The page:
by Karen Morgan, Executive Director, SPHHF –
Recently my brother was diagnosed with dementia. Since discussion of dementia has become ubiquitous, my first response was “we have to deal with something as we age.” However, as I researched the condition and caregivers’ needs, I became both worried for my brother and concerned for our community. According to the Alzheimer Society of Canada:
“The number of Canadians with dementia is rising sharply. As of 2016, there are an estimated 564,000 Canadians living with dementia – plus about 25,000 new cases diagnosed every year. By 2031, that number is expected to rise to 937,000, an increase of 66%.”
As the Saanich Peninsula Hospital and Healthcare Foundation worked with Long-Term Care staff, discussions revealed the high percentage of residents affected by some kind of dementia. In 2015 the BC Seniors Advocate reported that 64% of residents in long-term care facilities had received an official diagnosis of dementia, although it’s estimated to be higher at SPH.
Whatever the exact number, our patients have become older, more frail and significantly more affected by dementia, since the hospital was built (1974-78). Physical adaptations to the unit have been, and continue to be, necessary in order to deal with these changes in the resident population.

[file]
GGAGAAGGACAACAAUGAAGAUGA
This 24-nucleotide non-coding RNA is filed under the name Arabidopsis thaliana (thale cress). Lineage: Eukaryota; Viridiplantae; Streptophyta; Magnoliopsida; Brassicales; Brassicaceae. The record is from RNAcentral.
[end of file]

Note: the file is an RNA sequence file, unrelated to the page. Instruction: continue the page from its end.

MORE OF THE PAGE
Another concern expressed by the Seniors Advocate in 2015 was the potential overuse of drugs. According to her “Placement, Drugs and Therapy” report: “The B.C. RAI data shows that only four per cent of seniors in residential care have a diagnosis of a psychiatric disorder, yet 34 per cent of this client group are prescribed antipsychotic medications. This is a clear indicator that these medications are being used to treat other, non-psychotic conditions, and are probably a tool to treat behaviour issues related to cognitive or mood disorders rather than actual psychotic disorders.”
Why are these drugs used? In dementia, mood and behaviour swings occur as the brain becomes increasingly worse at processing information. Resulting behaviours can include anger and frustration, depression, anxiety and clinging. However, activities to refocus and redirect can also reduce these behaviour issues and, thanks to the generous donors in our community, are becoming more common (not to mention enjoyed) by residents in the Saanich Peninsula Hospital Long-Term Care Unit.
Here are just a few of the activities:
• Horticulture therapy – activities, sometimes with a group of children from a local daycare, are conducted in the Graham Garden, and a new memory garden, which can help relieve the need of dementia patients to wander, is being completed;
• Art therapy – thanks to a unique partnership with the McTavish Academy of Art, residents travel to MAOA (in the new bus that was purchased with contributions to the Foundation and Auxiliary);
• Love and Comfort therapy – the tools used in this therapy include dolls, robotic cats and dogs and most recently, two PARO, AI-equipped seals to reduce anxiety and feelings of social isolation.
Other activities are available (i.e., music therapy and yoga), but more work remains. The memory garden needs to be completed, and physical adaptations to the dining room and other indoor areas are needed. My motivation used to be “what if this was my parents?” Now it’s “what if this were my brother?” What if it were your loved one?